rebelling against low expectations

The City: A Sermon by Tim Keller


Several people had recommended this sermon to us, but we never got around to listening to it until it was assigned as part of Investigative Journalism class at Patrick Henry College.

We were discussing the role of Christian journalists, but the message is for all Christians — and seems especially relevant to rebelutionaries.

Pastor Tim Keller unpacks Jeremiah 29:4-7 to argue for a uniquely Christian approach to citizenship, one that avoids assimilation and tribalism in favor of selfless service.

Keller defines “assimilation” as using the city for your personal benefit and “tribalism” as using the city for the benefit of your group.

Both approaches fall short of God’s command in Jeremiah, where the Israelites are instructed to “seek the peace and prosperity of the city to which I have carried you into exile. Pray to the Lord for it, because if it prospers, you too will prosper.”


Keller argues that Christians should be the very best citizens because we enter society with an intact identity in God.

We can approach the earthly city with hearts ready to serve because we already have a secure inheritance in the heavenly one. We need very little, but we have much to give. And God’s kingdom comes when believers demonstrate their love for God by the way they love other people.

If this is true, then many Christians (and rebelutionaries) are taking the wrong approach to leading the nation and shaping the culture.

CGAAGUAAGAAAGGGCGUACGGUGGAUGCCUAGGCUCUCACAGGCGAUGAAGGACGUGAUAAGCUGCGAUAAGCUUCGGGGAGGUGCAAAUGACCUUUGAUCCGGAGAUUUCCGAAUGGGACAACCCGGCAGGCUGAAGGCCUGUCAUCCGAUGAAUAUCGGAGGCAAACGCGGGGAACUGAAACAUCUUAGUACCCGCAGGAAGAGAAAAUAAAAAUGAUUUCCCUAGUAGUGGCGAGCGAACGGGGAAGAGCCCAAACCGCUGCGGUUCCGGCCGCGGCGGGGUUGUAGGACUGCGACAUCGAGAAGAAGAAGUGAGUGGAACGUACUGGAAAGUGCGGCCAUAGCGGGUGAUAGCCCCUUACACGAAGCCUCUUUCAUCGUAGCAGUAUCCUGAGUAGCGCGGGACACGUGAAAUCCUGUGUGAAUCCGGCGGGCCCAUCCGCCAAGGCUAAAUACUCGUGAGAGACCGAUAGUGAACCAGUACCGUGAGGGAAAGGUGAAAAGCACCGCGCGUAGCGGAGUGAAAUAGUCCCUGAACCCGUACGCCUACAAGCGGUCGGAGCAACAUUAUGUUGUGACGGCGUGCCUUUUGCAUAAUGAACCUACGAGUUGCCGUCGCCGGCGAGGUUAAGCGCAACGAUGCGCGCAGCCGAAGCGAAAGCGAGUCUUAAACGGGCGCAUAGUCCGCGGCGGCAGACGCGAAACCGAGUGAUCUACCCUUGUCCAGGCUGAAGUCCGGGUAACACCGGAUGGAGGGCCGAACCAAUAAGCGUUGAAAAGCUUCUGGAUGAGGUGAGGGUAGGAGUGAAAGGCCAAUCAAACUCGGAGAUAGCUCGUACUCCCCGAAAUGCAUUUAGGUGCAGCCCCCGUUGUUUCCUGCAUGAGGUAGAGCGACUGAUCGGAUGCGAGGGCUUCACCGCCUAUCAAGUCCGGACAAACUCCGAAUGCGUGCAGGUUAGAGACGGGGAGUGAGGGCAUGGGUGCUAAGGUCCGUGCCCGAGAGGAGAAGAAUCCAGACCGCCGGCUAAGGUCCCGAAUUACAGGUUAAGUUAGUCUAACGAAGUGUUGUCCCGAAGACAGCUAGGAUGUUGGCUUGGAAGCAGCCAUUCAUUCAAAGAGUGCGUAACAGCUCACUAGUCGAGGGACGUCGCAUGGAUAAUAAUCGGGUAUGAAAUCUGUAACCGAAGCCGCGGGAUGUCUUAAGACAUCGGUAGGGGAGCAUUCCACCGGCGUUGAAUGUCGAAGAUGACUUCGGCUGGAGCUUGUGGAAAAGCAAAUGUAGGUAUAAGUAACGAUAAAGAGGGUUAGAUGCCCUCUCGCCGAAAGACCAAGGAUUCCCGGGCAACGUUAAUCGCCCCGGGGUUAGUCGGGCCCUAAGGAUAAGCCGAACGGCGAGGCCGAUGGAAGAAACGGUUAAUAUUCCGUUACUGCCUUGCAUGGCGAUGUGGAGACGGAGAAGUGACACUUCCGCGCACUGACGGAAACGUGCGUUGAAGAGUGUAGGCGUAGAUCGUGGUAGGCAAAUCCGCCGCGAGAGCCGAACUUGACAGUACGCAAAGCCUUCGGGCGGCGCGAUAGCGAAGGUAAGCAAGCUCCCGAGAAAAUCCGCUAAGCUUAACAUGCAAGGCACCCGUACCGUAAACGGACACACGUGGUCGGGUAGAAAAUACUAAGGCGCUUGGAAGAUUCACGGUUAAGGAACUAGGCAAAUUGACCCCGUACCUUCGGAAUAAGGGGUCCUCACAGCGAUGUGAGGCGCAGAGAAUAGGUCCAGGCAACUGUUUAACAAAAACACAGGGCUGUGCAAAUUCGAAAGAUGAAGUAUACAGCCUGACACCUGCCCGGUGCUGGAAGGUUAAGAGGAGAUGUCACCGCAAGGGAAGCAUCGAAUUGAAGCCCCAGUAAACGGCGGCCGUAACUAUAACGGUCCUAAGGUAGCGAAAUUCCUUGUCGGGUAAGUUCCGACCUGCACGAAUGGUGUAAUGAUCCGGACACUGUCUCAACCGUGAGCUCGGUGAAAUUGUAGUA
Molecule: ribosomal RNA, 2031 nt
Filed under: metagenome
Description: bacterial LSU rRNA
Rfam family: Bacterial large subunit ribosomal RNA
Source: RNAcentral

The Church’s rise to prominence in the Roman Empire resulted not from the pursuit of power, but from an unexplainable, self-sacrificing love for others (listen to the sermon to hear this story).

Their influence arose from the quality and consistency of their service, not the extent of their ambition or the strength of their network.

Their influence arose from the quality and consistency of their service, not the extent of their ambition or the strength of their network

This concepts are vital for rebelutionaries because they touch at the heart of why we do hard things, why we rebel against low expectations, and why we pursue character, competence, and collaboration.

Is it for personal gain or glory? No.

Is it to ensure “our team” wins the culture war? No.

We do it so others might see our love and come to know the Source of that love. We do it so others might see our good works and give glory to our Father in Heaven (Matt. 5:16)

That’s it for our thoughts. Listen to the message (it’s well-worth 40 minutes of your time). Then, join the conversation by answering the following questions:

  • What has most characterized your approach to “changing the world” — assimilation (serving yourself), tribalism (serving your group), or selfless love (serving the city)?
  • How do you think assimilation and tribalism influence the Church’s effectiveness? Have these approaches ever worked in the past?
  • How should a renewed emphasis on service change your tactics (or the tactics of Christianity as a whole)?
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About the author

Alex and Brett Harris

are the co-founders of and co-authors of Do Hard Things and Start Here. They have a passion for God and for their generation. Their personal interests include politics, filmmaking, music, and basketball. They are both graduates of Patrick Henry College in Purcellville, Virginia.

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rebelling against low expectations

The Rebelution is a teenage rebellion against low expectations—a worldwide campaign to reject apathy, embrace responsibility, and do hard things. Learn More →